I jumped up from my hiding place in the bushes, grabbed my screaming friend and, with all my might, tugged him away from the ridge where he was now standing in open view. He stumbled backwards, eyes huge, mouth agape. The ability to speak came back to me, the words jumbling in my head but coming out in a torrent.
"Run, Diego," I said in a surprisingly calm voice. "We have to fucking run for our lives."
And so we did, with purpose, pursued through the endless night by a pack of zombie hyenas who just so happened to control the world.
The sun was just coming up, peeking over the hills ringing San Francisco Bay, rosy fingers giving the city a fine sheen. Diego slumbered dreamlessly in the passenger's seat of the red '68 El Dorado I'd bought upon moving here four months ago. I scribbled in my notepad as I tore down Haight Street, writing down the strange and surreal events of the prior night, terrified that if I stopped for even a moment the details would be lost forever.
I pulled in to the small parking lot of The Examiner, a creak of breaks signaling our arrival. I meant to get out immediately but, instead, I settled back into my seat, lit a cigar, and concentrated on the events I'd seen and what they all meant.
There's a monstrous system which grinds up young men and women for its own sadistic pleasure, a machine whose humorless cogs have names like Richard Nixon, Ronald Reagan, and Joe Namath. It's a killing machine, turning blood and guts into money. Had I called it satanic before Bohemian Grove I would have been accused of being slanderous, of stretching metaphor into insult. Now, though, I knew that it //was// satanic, in every literal sense of the word, that the blood which fuels this machine is the blood of human sacrifice given to a dark god on foggy nights.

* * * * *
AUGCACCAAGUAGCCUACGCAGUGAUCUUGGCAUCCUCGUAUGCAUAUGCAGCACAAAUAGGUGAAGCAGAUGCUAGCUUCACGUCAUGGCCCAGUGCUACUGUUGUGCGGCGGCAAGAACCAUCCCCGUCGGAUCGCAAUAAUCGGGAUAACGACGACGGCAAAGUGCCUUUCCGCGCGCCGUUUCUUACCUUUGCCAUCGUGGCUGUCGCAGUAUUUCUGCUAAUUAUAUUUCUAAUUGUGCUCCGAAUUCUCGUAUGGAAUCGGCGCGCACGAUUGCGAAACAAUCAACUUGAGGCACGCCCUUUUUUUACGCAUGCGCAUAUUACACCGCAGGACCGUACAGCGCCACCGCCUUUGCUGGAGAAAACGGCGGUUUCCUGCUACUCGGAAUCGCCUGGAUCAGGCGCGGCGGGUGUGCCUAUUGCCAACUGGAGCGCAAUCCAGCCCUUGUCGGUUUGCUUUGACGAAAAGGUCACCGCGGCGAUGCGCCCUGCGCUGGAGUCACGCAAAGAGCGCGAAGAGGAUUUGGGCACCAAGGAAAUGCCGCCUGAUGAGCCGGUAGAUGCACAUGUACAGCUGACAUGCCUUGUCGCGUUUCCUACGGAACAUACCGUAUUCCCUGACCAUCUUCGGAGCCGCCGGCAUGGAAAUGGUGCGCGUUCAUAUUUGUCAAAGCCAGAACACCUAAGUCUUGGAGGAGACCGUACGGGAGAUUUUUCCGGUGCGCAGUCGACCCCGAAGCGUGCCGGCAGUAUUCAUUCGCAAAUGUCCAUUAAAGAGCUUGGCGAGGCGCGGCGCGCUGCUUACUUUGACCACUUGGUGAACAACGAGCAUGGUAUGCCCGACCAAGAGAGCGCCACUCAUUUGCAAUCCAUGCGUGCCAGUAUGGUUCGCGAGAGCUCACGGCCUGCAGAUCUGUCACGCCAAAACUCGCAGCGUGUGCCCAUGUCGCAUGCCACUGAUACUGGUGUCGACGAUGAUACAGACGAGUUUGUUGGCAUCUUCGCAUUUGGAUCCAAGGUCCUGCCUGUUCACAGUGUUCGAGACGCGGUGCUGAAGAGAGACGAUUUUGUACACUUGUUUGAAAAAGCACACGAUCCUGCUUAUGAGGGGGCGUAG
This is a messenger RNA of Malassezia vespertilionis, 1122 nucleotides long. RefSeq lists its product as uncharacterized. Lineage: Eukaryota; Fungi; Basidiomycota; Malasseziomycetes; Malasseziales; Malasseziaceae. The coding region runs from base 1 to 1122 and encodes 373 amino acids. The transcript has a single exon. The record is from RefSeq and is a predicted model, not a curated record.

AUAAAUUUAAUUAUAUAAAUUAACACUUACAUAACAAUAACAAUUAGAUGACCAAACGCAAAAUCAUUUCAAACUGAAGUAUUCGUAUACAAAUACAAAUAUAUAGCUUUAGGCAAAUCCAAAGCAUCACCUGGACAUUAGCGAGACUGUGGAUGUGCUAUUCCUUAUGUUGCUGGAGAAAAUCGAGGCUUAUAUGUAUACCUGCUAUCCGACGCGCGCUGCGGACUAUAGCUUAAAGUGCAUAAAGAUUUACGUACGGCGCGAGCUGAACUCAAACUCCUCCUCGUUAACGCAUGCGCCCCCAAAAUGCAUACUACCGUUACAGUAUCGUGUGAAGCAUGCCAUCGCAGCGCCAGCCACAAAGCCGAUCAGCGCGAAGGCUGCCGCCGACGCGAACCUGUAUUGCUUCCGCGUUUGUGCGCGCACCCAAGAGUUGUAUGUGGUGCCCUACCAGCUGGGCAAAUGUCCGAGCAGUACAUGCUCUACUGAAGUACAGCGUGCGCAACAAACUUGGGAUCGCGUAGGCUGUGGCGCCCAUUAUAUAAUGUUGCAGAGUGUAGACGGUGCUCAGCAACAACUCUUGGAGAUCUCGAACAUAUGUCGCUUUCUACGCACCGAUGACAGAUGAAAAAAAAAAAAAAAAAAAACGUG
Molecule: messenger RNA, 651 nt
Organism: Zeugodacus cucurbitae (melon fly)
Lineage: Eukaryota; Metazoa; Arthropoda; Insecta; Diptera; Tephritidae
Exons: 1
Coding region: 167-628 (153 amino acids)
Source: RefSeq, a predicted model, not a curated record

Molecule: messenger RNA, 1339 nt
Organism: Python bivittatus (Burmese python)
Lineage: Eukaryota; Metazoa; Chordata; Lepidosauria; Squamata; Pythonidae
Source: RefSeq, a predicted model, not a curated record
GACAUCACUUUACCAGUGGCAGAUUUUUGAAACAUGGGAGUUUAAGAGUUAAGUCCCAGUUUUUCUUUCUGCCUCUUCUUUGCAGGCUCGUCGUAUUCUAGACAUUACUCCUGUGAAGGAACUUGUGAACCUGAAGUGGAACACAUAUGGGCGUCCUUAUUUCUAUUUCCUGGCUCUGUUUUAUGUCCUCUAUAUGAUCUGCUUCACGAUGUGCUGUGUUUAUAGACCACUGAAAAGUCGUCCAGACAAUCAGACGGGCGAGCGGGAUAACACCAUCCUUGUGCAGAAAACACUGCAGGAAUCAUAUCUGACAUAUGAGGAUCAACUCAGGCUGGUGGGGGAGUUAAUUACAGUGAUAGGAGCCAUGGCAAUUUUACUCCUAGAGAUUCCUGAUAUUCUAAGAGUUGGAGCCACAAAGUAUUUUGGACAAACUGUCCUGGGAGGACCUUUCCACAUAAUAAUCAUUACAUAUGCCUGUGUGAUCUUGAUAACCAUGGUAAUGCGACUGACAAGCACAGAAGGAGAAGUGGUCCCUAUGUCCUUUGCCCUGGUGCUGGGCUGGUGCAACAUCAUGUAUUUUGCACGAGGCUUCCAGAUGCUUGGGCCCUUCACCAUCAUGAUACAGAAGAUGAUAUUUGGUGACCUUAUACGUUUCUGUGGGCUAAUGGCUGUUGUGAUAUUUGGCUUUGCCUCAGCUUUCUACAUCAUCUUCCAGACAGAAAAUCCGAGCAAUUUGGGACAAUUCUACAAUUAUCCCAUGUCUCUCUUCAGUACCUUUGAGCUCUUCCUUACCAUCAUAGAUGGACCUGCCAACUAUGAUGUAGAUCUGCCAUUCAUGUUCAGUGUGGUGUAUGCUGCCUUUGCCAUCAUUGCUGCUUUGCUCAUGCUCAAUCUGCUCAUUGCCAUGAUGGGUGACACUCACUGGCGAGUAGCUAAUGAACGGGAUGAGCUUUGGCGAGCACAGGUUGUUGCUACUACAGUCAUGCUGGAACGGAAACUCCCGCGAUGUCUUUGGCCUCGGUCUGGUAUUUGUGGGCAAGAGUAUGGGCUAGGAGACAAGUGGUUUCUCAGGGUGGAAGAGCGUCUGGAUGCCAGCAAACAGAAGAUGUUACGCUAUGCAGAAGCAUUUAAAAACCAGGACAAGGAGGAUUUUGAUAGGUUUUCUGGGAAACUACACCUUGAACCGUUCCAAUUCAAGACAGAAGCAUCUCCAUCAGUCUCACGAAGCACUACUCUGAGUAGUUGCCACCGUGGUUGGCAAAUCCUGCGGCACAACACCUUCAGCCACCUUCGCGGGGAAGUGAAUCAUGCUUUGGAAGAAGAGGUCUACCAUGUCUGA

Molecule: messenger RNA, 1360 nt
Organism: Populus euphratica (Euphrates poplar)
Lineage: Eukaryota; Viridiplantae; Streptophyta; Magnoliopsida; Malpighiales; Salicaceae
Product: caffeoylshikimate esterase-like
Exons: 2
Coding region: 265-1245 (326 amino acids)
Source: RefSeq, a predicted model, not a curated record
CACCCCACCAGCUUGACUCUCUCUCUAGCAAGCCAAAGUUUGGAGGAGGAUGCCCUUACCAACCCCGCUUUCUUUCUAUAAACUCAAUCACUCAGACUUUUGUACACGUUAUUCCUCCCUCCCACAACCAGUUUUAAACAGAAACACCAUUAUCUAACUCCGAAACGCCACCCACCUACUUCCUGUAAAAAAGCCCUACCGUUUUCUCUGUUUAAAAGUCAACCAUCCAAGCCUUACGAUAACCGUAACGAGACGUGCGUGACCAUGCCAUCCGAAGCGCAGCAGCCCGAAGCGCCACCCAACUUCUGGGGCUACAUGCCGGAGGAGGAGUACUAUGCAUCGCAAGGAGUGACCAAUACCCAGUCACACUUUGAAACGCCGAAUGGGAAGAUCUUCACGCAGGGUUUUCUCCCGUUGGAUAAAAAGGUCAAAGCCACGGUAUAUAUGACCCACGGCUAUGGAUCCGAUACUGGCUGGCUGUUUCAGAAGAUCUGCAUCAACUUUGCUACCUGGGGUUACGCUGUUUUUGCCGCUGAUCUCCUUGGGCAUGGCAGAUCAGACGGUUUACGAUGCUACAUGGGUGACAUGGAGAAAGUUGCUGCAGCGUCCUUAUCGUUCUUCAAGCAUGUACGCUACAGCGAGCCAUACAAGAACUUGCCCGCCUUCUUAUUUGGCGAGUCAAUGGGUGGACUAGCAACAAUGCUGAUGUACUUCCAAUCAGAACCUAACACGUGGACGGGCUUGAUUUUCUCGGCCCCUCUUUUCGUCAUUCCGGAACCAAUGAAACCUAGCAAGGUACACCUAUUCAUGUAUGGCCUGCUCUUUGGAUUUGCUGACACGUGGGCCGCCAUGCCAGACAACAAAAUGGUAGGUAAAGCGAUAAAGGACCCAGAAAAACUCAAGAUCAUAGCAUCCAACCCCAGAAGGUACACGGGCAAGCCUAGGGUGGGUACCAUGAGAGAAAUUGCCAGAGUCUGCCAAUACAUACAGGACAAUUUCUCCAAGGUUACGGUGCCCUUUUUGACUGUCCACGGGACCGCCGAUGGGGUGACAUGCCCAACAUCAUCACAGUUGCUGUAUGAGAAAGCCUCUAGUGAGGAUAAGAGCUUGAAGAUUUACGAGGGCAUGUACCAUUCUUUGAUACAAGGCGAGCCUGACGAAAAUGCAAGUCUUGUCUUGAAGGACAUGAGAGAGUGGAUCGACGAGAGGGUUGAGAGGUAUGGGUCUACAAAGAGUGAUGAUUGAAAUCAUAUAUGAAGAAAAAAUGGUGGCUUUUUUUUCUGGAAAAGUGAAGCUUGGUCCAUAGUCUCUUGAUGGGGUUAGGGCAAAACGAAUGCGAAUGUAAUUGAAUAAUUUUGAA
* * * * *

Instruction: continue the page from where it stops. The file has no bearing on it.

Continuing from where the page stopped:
I glanced up and down Haight Street. Everything was mostly empty this early but, in a way, it would remain empty no matter how many people packed its asphalt length. This is where the dream had died, where hippies became drug addicts, idealists became pimps, and Jefferson Airplane became Jefferson Starship. My colleagues and I all ignored this reality as the rest of my generation pushed Nixon to victory, blissfully unaware of the true reasons behind things. It was, yes, satanic, as Bohemian Grove proved. But it wasn't Satan driving the behavior of the masses. It was Mammon, and we'd all willingly signed up with him quite on our own.
Now there was nothing but the endless, yawning chasm of the 70s stretching out before us, heated only by the dying embers of the 60s. What would we end up doing? Send more young men to die in another godforsaken jungle? Elect Reagan? Become Jets fans? Atrocity, every which way you turn. It would all be depressing if humanity hadn't invented so many wonderful ways to ignore the sharper edges of the world we live in.
Dawn had fully broken and the fog began to dissipate. I gathered up my scattered papers and walked through the office door, leaving Diego to sleep in the morning sun.